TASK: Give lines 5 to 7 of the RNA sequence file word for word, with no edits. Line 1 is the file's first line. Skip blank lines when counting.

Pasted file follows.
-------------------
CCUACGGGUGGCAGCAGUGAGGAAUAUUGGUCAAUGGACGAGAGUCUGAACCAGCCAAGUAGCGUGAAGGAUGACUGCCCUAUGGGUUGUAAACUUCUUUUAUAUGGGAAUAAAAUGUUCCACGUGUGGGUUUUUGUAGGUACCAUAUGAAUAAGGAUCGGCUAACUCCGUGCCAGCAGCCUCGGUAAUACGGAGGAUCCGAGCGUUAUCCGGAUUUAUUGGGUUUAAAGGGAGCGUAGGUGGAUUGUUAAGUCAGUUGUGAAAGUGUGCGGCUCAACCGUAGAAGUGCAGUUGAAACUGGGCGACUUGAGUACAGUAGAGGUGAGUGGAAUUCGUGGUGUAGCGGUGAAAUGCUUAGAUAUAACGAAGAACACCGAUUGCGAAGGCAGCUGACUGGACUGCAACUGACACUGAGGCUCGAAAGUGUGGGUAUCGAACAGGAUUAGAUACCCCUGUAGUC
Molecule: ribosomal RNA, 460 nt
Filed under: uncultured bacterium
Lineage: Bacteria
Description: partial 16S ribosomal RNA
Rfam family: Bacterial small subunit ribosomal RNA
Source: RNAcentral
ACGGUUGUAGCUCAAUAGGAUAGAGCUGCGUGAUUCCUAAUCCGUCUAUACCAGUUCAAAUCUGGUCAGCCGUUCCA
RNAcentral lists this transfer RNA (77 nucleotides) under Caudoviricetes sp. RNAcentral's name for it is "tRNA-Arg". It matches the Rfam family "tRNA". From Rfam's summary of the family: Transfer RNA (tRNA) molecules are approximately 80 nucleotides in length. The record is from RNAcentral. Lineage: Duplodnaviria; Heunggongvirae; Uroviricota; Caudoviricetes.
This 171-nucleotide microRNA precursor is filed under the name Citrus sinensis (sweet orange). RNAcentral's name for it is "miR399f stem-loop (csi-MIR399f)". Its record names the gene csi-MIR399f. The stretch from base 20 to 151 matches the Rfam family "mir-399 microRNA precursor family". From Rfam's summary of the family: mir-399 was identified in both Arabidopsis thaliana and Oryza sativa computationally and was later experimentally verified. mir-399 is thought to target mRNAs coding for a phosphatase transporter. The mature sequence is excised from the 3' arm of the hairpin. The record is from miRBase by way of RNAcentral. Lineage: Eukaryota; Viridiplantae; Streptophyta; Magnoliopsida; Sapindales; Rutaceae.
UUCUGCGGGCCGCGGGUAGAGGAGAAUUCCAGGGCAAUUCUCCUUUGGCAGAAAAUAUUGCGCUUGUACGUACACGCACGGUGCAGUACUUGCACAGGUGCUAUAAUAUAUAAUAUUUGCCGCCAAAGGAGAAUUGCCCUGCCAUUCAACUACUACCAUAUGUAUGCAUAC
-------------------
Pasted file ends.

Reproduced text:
Description: partial 16S ribosomal RNA
Rfam family: Bacterial small subunit ribosomal RNA
Source: RNAcentral